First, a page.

# Name of this circuit

Discussion in 'General Electronics Chat' started by sevenfold4, Apr 16, 2015.

1. ### sevenfold4 Thread Starter Member

Jan 12, 2015
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7
Hey, could you guys help me by telling me how to call three resistors connected like in the picture.
I have an idea how it works, but i can not find anything on the net to read more about it.
Thanks

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2. ### #12 Expert

Nov 30, 2010
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It is merely a voltage divider where Vin1 and Vin2 can be different voltages. It is not a, "classic" circuit that is so special that it has a name. If Vin2 was labeled as an AC voltage, it might be the input biasing configuration for a common emitter amplifier, but the labeling refutes that theory.

3. ### sevenfold4 Thread Starter Member

Jan 12, 2015
80
7
Yea, it is not AC, both are DC, just as labeled.

4. ### crutschow Expert

Mar 14, 2008
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Sometimes that is called a summing circuit as the output is a fractional sum of the two inputs.

5. ### #12 Expert

Nov 30, 2010
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Here you go. One of the 26 images on a Google Search does NOT have an active amplifier in it.
(I learn something almost every day on this site.)

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6. ### sevenfold4 Thread Starter Member

Jan 12, 2015
80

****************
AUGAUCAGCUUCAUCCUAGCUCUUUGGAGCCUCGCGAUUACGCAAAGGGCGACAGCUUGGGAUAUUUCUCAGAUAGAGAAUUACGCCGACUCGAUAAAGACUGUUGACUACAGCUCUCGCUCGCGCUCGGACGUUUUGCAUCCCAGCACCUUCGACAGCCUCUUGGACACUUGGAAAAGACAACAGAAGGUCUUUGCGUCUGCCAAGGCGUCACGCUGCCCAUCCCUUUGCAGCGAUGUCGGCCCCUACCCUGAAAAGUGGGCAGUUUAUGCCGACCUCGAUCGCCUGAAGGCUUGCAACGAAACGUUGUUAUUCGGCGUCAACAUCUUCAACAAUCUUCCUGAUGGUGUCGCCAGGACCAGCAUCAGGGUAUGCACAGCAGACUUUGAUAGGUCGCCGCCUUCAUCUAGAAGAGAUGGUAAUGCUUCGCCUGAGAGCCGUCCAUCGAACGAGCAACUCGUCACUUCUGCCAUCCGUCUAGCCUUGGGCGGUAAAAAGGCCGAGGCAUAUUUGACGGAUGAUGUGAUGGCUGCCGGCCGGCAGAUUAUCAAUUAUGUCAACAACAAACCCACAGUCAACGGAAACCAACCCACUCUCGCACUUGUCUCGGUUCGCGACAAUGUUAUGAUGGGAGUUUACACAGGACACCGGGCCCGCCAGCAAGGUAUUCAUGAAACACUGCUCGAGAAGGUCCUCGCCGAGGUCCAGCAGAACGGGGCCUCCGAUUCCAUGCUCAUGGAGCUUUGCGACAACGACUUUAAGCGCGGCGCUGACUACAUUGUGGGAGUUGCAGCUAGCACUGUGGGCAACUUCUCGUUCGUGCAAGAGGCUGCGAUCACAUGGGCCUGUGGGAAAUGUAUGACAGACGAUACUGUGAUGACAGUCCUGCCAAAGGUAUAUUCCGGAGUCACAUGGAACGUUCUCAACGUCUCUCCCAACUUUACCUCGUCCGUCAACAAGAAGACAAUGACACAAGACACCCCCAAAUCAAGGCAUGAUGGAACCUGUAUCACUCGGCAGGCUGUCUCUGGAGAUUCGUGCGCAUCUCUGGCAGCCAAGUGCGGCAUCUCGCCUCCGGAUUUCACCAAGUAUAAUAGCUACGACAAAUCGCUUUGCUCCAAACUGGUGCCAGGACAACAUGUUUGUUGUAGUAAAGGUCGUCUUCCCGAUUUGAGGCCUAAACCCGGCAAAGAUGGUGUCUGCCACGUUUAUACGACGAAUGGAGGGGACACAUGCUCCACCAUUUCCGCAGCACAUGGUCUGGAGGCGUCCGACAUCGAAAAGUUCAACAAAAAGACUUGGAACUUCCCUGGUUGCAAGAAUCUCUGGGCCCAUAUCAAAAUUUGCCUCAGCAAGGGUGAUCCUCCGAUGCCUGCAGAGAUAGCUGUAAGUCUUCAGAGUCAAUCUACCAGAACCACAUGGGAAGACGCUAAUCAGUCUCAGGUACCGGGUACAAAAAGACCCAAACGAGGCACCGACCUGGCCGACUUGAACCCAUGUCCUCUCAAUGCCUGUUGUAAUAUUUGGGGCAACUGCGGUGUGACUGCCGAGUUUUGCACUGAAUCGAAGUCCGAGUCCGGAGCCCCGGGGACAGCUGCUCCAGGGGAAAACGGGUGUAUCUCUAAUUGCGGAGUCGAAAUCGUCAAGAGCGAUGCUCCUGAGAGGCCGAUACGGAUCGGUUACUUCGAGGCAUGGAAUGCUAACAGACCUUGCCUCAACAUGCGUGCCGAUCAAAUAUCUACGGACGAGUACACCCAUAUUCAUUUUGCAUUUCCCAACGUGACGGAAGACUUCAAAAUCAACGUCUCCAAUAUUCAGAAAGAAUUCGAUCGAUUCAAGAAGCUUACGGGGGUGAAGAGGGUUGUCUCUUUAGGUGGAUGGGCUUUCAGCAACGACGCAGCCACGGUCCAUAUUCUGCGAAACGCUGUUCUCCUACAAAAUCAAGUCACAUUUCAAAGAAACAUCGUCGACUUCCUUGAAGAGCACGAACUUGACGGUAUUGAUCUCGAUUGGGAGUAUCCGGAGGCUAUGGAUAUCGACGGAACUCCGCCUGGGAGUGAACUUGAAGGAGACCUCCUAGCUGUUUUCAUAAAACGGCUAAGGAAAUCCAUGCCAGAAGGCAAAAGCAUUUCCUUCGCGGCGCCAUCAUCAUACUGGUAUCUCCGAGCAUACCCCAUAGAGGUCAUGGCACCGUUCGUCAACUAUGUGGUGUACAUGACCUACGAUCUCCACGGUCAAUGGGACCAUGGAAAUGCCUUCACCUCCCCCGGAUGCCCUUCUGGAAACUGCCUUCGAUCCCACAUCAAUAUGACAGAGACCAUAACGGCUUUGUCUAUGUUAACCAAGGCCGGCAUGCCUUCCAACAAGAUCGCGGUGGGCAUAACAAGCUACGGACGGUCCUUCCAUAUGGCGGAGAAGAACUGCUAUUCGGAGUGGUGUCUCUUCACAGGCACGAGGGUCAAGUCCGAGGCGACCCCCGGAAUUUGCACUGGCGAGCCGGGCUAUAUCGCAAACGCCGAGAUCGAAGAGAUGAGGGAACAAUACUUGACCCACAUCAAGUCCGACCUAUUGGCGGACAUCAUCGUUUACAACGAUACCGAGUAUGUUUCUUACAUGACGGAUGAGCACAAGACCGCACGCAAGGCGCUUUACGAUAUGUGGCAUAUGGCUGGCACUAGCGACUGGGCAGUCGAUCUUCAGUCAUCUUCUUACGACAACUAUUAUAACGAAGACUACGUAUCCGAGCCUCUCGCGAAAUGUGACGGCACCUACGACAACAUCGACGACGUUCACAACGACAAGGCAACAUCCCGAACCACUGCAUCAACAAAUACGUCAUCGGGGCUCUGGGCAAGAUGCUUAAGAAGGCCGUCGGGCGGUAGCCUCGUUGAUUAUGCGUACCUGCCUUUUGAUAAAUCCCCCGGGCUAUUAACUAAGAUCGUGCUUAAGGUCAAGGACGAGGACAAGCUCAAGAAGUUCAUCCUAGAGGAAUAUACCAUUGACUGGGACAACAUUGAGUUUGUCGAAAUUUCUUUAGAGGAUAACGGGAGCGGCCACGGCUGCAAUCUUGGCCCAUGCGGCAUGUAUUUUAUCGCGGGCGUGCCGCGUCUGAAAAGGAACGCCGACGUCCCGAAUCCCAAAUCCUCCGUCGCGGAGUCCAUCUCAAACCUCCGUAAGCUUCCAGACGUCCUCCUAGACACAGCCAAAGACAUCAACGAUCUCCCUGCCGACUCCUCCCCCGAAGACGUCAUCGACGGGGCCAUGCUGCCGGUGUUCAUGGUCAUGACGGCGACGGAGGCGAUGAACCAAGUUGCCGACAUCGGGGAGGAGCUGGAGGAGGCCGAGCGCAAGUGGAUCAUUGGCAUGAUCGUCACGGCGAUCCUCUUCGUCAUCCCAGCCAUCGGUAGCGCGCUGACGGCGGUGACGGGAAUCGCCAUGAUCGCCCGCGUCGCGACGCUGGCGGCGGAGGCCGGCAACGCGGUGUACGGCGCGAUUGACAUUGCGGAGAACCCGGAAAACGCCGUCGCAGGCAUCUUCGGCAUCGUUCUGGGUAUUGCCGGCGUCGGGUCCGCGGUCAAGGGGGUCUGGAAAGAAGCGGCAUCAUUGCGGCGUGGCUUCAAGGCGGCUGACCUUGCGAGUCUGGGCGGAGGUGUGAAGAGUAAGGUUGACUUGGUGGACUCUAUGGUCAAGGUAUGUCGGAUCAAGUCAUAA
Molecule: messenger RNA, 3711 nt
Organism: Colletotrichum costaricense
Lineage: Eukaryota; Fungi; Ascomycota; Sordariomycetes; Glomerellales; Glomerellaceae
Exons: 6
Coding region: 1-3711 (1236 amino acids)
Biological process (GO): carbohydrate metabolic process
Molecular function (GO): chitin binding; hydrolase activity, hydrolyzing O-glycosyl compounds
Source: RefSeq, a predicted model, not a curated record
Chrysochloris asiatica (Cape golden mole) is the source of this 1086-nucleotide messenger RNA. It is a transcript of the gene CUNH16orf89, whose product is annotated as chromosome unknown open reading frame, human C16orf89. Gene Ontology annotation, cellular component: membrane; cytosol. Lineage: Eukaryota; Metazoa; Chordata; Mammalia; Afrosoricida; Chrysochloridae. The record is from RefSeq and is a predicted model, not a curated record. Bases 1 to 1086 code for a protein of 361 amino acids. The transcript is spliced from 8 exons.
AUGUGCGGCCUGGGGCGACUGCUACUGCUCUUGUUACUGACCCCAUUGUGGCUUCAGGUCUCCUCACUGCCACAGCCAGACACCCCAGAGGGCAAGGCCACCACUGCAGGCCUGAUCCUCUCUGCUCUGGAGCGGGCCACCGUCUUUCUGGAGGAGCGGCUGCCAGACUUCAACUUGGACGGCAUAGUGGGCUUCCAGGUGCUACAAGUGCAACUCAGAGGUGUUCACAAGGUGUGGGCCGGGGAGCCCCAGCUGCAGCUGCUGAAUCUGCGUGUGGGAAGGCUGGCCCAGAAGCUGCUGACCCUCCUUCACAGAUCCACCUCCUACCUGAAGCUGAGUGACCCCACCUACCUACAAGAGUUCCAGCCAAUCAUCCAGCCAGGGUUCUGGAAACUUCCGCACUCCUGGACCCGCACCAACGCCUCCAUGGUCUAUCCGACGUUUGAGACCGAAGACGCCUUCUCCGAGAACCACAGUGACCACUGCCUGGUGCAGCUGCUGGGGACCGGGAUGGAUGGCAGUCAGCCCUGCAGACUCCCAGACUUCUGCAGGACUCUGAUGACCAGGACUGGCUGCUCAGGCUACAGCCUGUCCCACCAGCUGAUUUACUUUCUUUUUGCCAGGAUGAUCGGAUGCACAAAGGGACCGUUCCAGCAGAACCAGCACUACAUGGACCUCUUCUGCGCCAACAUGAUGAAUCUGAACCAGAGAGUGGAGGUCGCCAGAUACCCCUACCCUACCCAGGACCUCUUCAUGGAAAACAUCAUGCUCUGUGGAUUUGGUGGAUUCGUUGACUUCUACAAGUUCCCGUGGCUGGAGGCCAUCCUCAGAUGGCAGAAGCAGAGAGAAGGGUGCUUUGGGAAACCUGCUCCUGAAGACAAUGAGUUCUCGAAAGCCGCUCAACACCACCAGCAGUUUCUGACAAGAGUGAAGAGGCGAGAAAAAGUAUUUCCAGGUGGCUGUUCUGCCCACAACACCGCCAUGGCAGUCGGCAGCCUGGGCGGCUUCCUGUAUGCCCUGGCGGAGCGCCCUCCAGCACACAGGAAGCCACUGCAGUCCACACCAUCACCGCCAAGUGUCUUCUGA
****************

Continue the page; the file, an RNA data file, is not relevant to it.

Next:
7
This is perfect guys, thanks, it is just a simple voltage summer

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7. ### Hypatia's Protege Distinguished Member

Mar 1, 2015
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Indeed! Tho' you are admonished to maintain quite an open mind as regards the definition of 'sum' in this case!

Best regards
HP

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8. ### #12 Expert

Nov 30, 2010
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Doggone it! That idea was an inkling in the back of my mind, but I'm not Jeopardy fast any more. The difference between this circuit and an active circuit is that this configuration is not a true summing junction because the inputs will interact with each other and the resistor connected to ground (R2).

Jan 12, 2015
80
7
10. ### crutschow Expert

Mar 14, 2008
13,002
3,232
Depends upon your definition of "summing" and "interact" (much as the definition of sex) I suppose.
The passive circuit can be considered a summing circuit if all the sources are ideal (no resistance) since the output is then a linear sum of the individual voltage inputs. Of course the contribution of each input to the sum is based upon the resistance of that input as compared to the equivalent impedance of all the other resistors.
The interaction is that, if one of the resistors changes value, then all the output values for all combination of inputs changes.
So does that interaction mean the summing junction is not "true" as compared to an inverting op amp summing junction, which does not have that interaction?

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11. ### #12 Expert

Nov 30, 2010
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I see that this kind of summing was expedient in 1950, but that is the year of my birth. The proverbial light bulb didn't go on in my head until 1970...and it was caused by op-amps. I appear to be as spoiled by op-amps as today's 20 year old people are spoiled by microprocessors. I simply don't think it's all that accurate to use a passive summer when active summers have been available for (about) 50 years. Similarly, the present crop of students believes you don't need an op-amp when your MPU can ADC the voltages.

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